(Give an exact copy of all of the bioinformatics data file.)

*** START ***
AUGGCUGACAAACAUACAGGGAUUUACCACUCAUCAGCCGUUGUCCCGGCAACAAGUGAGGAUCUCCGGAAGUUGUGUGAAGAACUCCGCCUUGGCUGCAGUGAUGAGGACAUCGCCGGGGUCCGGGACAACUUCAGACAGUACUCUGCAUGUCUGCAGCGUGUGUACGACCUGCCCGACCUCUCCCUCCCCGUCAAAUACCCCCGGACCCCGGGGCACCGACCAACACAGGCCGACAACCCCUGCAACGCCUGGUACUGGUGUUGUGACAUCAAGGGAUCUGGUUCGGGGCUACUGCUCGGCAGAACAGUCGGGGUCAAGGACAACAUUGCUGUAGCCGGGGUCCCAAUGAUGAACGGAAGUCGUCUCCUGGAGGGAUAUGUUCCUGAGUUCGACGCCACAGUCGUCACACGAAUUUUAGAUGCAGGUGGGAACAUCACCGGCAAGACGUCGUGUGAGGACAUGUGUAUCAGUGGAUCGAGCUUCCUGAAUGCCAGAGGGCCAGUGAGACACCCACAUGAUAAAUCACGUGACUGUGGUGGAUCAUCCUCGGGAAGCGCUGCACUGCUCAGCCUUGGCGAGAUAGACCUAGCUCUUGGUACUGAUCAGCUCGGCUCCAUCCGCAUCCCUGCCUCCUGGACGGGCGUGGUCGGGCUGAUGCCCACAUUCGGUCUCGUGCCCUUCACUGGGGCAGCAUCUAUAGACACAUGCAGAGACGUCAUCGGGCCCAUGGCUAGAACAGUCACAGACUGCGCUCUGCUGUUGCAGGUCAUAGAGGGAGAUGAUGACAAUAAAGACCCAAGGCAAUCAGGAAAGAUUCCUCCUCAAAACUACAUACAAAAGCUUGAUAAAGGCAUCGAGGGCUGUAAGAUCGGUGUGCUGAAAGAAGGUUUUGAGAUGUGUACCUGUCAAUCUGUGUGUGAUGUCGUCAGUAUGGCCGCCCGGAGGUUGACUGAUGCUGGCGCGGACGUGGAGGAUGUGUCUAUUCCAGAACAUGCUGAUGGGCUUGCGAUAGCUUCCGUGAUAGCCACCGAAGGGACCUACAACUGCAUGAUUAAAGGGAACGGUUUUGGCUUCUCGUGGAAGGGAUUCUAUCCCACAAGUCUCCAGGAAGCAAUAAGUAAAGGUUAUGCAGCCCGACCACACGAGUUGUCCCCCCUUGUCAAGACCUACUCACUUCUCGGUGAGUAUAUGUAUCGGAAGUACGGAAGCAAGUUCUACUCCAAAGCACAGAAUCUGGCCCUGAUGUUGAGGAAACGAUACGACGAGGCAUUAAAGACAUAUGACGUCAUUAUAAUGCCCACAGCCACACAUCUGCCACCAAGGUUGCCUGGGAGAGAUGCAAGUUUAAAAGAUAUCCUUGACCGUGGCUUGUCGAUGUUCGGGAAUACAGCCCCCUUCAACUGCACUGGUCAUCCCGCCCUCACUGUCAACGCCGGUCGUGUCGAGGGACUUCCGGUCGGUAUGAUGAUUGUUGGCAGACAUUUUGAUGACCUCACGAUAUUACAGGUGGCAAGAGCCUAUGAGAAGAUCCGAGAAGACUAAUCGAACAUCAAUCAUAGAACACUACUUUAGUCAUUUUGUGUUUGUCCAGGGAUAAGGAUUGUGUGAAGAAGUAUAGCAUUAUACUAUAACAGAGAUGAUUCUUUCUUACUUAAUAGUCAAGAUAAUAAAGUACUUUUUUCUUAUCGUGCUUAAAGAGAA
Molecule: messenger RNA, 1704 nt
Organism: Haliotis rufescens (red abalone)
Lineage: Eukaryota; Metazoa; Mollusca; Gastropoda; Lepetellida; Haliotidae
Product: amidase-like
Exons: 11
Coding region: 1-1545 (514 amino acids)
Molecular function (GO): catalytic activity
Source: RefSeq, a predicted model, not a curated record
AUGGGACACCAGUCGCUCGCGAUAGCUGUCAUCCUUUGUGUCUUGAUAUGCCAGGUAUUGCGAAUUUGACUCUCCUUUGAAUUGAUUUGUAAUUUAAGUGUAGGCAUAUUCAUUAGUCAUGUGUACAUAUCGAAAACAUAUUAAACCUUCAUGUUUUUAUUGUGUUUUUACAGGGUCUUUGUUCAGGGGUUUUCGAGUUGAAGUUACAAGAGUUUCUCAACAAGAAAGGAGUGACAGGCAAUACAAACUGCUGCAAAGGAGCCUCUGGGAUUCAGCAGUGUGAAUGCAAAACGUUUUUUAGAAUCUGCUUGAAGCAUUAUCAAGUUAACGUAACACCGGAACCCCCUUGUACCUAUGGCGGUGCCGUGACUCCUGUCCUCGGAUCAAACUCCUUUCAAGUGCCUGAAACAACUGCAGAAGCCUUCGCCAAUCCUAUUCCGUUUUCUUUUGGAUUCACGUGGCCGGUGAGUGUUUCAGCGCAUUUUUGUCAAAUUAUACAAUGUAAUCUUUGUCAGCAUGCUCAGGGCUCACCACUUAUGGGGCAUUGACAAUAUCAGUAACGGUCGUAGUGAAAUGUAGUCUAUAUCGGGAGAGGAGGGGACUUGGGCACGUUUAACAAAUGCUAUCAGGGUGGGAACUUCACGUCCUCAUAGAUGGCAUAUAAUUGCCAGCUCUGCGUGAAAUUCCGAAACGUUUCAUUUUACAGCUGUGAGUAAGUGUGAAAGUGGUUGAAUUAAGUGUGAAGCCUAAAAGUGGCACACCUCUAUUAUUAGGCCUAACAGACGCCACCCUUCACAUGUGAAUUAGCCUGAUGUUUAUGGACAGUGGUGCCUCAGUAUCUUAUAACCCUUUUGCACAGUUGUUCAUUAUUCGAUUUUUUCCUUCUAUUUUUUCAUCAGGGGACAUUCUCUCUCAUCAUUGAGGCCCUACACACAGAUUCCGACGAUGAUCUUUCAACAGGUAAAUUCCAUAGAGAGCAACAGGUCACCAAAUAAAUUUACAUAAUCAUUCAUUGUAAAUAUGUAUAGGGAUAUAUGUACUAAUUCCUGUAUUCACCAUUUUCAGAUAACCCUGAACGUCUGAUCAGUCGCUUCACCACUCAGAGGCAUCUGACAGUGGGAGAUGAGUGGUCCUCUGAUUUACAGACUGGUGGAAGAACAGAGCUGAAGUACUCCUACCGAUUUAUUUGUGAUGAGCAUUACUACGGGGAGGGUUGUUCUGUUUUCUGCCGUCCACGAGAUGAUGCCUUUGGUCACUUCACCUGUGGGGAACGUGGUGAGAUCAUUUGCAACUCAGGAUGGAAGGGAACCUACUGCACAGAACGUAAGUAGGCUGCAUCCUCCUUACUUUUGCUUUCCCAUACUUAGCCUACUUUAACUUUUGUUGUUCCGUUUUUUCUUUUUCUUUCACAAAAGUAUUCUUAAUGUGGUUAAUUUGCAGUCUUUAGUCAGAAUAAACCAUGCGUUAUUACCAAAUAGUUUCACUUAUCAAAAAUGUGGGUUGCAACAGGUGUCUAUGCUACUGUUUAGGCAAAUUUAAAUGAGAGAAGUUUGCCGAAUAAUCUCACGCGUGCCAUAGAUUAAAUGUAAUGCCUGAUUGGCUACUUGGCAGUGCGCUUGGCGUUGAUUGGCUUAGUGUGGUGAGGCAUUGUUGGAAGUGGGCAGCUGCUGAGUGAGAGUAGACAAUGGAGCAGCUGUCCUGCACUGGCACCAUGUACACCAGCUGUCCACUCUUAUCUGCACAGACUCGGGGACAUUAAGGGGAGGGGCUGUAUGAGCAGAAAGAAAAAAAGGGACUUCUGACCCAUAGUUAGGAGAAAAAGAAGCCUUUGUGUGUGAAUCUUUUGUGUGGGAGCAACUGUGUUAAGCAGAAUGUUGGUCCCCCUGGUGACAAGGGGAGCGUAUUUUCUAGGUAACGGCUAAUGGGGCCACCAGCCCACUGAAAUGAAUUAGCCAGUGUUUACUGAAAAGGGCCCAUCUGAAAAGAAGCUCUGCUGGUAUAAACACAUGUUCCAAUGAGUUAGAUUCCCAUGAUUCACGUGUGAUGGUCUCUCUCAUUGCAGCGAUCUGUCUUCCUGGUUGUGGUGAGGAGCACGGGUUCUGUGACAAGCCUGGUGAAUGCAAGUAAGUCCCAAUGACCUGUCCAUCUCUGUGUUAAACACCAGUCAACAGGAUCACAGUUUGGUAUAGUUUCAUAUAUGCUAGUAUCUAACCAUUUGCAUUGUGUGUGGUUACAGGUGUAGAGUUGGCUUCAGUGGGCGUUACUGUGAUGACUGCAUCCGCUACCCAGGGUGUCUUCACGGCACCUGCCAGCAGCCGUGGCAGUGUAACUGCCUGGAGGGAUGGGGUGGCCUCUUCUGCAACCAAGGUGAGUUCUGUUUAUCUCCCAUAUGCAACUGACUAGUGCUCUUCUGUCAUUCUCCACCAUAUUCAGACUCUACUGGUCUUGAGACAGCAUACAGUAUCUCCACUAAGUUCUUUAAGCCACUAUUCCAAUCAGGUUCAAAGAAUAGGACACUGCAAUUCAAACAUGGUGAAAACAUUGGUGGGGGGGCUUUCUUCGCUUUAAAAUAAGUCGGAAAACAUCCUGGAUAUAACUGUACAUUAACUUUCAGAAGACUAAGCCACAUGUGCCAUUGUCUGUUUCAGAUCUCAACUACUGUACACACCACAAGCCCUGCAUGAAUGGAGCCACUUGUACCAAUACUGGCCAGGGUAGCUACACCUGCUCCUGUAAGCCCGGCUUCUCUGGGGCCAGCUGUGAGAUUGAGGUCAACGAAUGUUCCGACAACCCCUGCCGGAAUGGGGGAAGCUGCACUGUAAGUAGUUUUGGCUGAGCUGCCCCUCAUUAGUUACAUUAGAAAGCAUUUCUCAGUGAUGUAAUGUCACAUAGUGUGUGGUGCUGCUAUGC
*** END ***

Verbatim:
AUGGCUGACAAACAUACAGGGAUUUACCACUCAUCAGCCGUUGUCCCGGCAACAAGUGAGGAUCUCCGGAAGUUGUGUGAAGAACUCCGCCUUGGCUGCAGUGAUGAGGACAUCGCCGGGGUCCGGGACAACUUCAGACAGUACUCUGCAUGUCUGCAGCGUGUGUACGACCUGCCCGACCUCUCCCUCCCCGUCAAAUACCCCCGGACCCCGGGGCACCGACCAACACAGGCCGACAACCCCUGCAACGCCUGGUACUGGUGUUGUGACAUCAAGGGAUCUGGUUCGGGGCUACUGCUCGGCAGAACAGUCGGGGUCAAGGACAACAUUGCUGUAGCCGGGGUCCCAAUGAUGAACGGAAGUCGUCUCCUGGAGGGAUAUGUUCCUGAGUUCGACGCCACAGUCGUCACACGAAUUUUAGAUGCAGGUGGGAACAUCACCGGCAAGACGUCGUGUGAGGACAUGUGUAUCAGUGGAUCGAGCUUCCUGAAUGCCAGAGGGCCAGUGAGACACCCACAUGAUAAAUCACGUGACUGUGGUGGAUCAUCCUCGGGAAGCGCUGCACUGCUCAGCCUUGGCGAGAUAGACCUAGCUCUUGGUACUGAUCAGCUCGGCUCCAUCCGCAUCCCUGCCUCCUGGACGGGCGUGGUCGGGCUGAUGCCCACAUUCGGUCUCGUGCCCUUCACUGGGGCAGCAUCUAUAGACACAUGCAGAGACGUCAUCGGGCCCAUGGCUAGAACAGUCACAGACUGCGCUCUGCUGUUGCAGGUCAUAGAGGGAGAUGAUGACAAUAAAGACCCAAGGCAAUCAGGAAAGAUUCCUCCUCAAAACUACAUACAAAAGCUUGAUAAAGGCAUCGAGGGCUGUAAGAUCGGUGUGCUGAAAGAAGGUUUUGAGAUGUGUACCUGUCAAUCUGUGUGUGAUGUCGUCAGUAUGGCCGCCCGGAGGUUGACUGAUGCUGGCGCGGACGUGGAGGAUGUGUCUAUUCCAGAACAUGCUGAUGGGCUUGCGAUAGCUUCCGUGAUAGCCACCGAAGGGACCUACAACUGCAUGAUUAAAGGGAACGGUUUUGGCUUCUCGUGGAAGGGAUUCUAUCCCACAAGUCUCCAGGAAGCAAUAAGUAAAGGUUAUGCAGCCCGACCACACGAGUUGUCCCCCCUUGUCAAGACCUACUCACUUCUCGGUGAGUAUAUGUAUCGGAAGUACGGAAGCAAGUUCUACUCCAAAGCACAGAAUCUGGCCCUGAUGUUGAGGAAACGAUACGACGAGGCAUUAAAGACAUAUGACGUCAUUAUAAUGCCCACAGCCACACAUCUGCCACCAAGGUUGCCUGGGAGAGAUGCAAGUUUAAAAGAUAUCCUUGACCGUGGCUUGUCGAUGUUCGGGAAUACAGCCCCCUUCAACUGCACUGGUCAUCCCGCCCUCACUGUCAACGCCGGUCGUGUCGAGGGACUUCCGGUCGGUAUGAUGAUUGUUGGCAGACAUUUUGAUGACCUCACGAUAUUACAGGUGGCAAGAGCCUAUGAGAAGAUCCGAGAAGACUAAUCGAACAUCAAUCAUAGAACACUACUUUAGUCAUUUUGUGUUUGUCCAGGGAUAAGGAUUGUGUGAAGAAGUAUAGCAUUAUACUAUAACAGAGAUGAUUCUUUCUUACUUAAUAGUCAAGAUAAUAAAGUACUUUUUUCUUAUCGUGCUUAAAGAGAA
Molecule: messenger RNA, 1704 nt
Organism: Haliotis rufescens (red abalone)
Lineage: Eukaryota; Metazoa; Mollusca; Gastropoda; Lepetellida; Haliotidae
Product: amidase-like
Exons: 11
Coding region: 1-1545 (514 amino acids)
Molecular function (GO): catalytic activity
Source: RefSeq, a predicted model, not a curated record
AUGGGACACCAGUCGCUCGCGAUAGCUGUCAUCCUUUGUGUCUUGAUAUGCCAGGUAUUGCGAAUUUGACUCUCCUUUGAAUUGAUUUGUAAUUUAAGUGUAGGCAUAUUCAUUAGUCAUGUGUACAUAUCGAAAACAUAUUAAACCUUCAUGUUUUUAUUGUGUUUUUACAGGGUCUUUGUUCAGGGGUUUUCGAGUUGAAGUUACAAGAGUUUCUCAACAAGAAAGGAGUGACAGGCAAUACAAACUGCUGCAAAGGAGCCUCUGGGAUUCAGCAGUGUGAAUGCAAAACGUUUUUUAGAAUCUGCUUGAAGCAUUAUCAAGUUAACGUAACACCGGAACCCCCUUGUACCUAUGGCGGUGCCGUGACUCCUGUCCUCGGAUCAAACUCCUUUCAAGUGCCUGAAACAACUGCAGAAGCCUUCGCCAAUCCUAUUCCGUUUUCUUUUGGAUUCACGUGGCCGGUGAGUGUUUCAGCGCAUUUUUGUCAAAUUAUACAAUGUAAUCUUUGUCAGCAUGCUCAGGGCUCACCACUUAUGGGGCAUUGACAAUAUCAGUAACGGUCGUAGUGAAAUGUAGUCUAUAUCGGGAGAGGAGGGGACUUGGGCACGUUUAACAAAUGCUAUCAGGGUGGGAACUUCACGUCCUCAUAGAUGGCAUAUAAUUGCCAGCUCUGCGUGAAAUUCCGAAACGUUUCAUUUUACAGCUGUGAGUAAGUGUGAAAGUGGUUGAAUUAAGUGUGAAGCCUAAAAGUGGCACACCUCUAUUAUUAGGCCUAACAGACGCCACCCUUCACAUGUGAAUUAGCCUGAUGUUUAUGGACAGUGGUGCCUCAGUAUCUUAUAACCCUUUUGCACAGUUGUUCAUUAUUCGAUUUUUUCCUUCUAUUUUUUCAUCAGGGGACAUUCUCUCUCAUCAUUGAGGCCCUACACACAGAUUCCGACGAUGAUCUUUCAACAGGUAAAUUCCAUAGAGAGCAACAGGUCACCAAAUAAAUUUACAUAAUCAUUCAUUGUAAAUAUGUAUAGGGAUAUAUGUACUAAUUCCUGUAUUCACCAUUUUCAGAUAACCCUGAACGUCUGAUCAGUCGCUUCACCACUCAGAGGCAUCUGACAGUGGGAGAUGAGUGGUCCUCUGAUUUACAGACUGGUGGAAGAACAGAGCUGAAGUACUCCUACCGAUUUAUUUGUGAUGAGCAUUACUACGGGGAGGGUUGUUCUGUUUUCUGCCGUCCACGAGAUGAUGCCUUUGGUCACUUCACCUGUGGGGAACGUGGUGAGAUCAUUUGCAACUCAGGAUGGAAGGGAACCUACUGCACAGAACGUAAGUAGGCUGCAUCCUCCUUACUUUUGCUUUCCCAUACUUAGCCUACUUUAACUUUUGUUGUUCCGUUUUUUCUUUUUCUUUCACAAAAGUAUUCUUAAUGUGGUUAAUUUGCAGUCUUUAGUCAGAAUAAACCAUGCGUUAUUACCAAAUAGUUUCACUUAUCAAAAAUGUGGGUUGCAACAGGUGUCUAUGCUACUGUUUAGGCAAAUUUAAAUGAGAGAAGUUUGCCGAAUAAUCUCACGCGUGCCAUAGAUUAAAUGUAAUGCCUGAUUGGCUACUUGGCAGUGCGCUUGGCGUUGAUUGGCUUAGUGUGGUGAGGCAUUGUUGGAAGUGGGCAGCUGCUGAGUGAGAGUAGACAAUGGAGCAGCUGUCCUGCACUGGCACCAUGUACACCAGCUGUCCACUCUUAUCUGCACAGACUCGGGGACAUUAAGGGGAGGGGCUGUAUGAGCAGAAAGAAAAAAAGGGACUUCUGACCCAUAGUUAGGAGAAAAAGAAGCCUUUGUGUGUGAAUCUUUUGUGUGGGAGCAACUGUGUUAAGCAGAAUGUUGGUCCCCCUGGUGACAAGGGGAGCGUAUUUUCUAGGUAACGGCUAAUGGGGCCACCAGCCCACUGAAAUGAAUUAGCCAGUGUUUACUGAAAAGGGCCCAUCUGAAAAGAAGCUCUGCUGGUAUAAACACAUGUUCCAAUGAGUUAGAUUCCCAUGAUUCACGUGUGAUGGUCUCUCUCAUUGCAGCGAUCUGUCUUCCUGGUUGUGGUGAGGAGCACGGGUUCUGUGACAAGCCUGGUGAAUGCAAGUAAGUCCCAAUGACCUGUCCAUCUCUGUGUUAAACACCAGUCAACAGGAUCACAGUUUGGUAUAGUUUCAUAUAUGCUAGUAUCUAACCAUUUGCAUUGUGUGUGGUUACAGGUGUAGAGUUGGCUUCAGUGGGCGUUACUGUGAUGACUGCAUCCGCUACCCAGGGUGUCUUCACGGCACCUGCCAGCAGCCGUGGCAGUGUAACUGCCUGGAGGGAUGGGGUGGCCUCUUCUGCAACCAAGGUGAGUUCUGUUUAUCUCCCAUAUGCAACUGACUAGUGCUCUUCUGUCAUUCUCCACCAUAUUCAGACUCUACUGGUCUUGAGACAGCAUACAGUAUCUCCACUAAGUUCUUUAAGCCACUAUUCCAAUCAGGUUCAAAGAAUAGGACACUGCAAUUCAAACAUGGUGAAAACAUUGGUGGGGGGGCUUUCUUCGCUUUAAAAUAAGUCGGAAAACAUCCUGGAUAUAACUGUACAUUAACUUUCAGAAGACUAAGCCACAUGUGCCAUUGUCUGUUUCAGAUCUCAACUACUGUACACACCACAAGCCCUGCAUGAAUGGAGCCACUUGUACCAAUACUGGCCAGGGUAGCUACACCUGCUCCUGUAAGCCCGGCUUCUCUGGGGCCAGCUGUGAGAUUGAGGUCAACGAAUGUUCCGACAACCCCUGCCGGAAUGGGGGAAGCUGCACUGUAAGUAGUUUUGGCUGAGCUGCCCCUCAUUAGUUACAUUAGAAAGCAUUUCUCAGUGAUGUAAUGUCACAUAGUGUGUGGUGCUGCUAUGC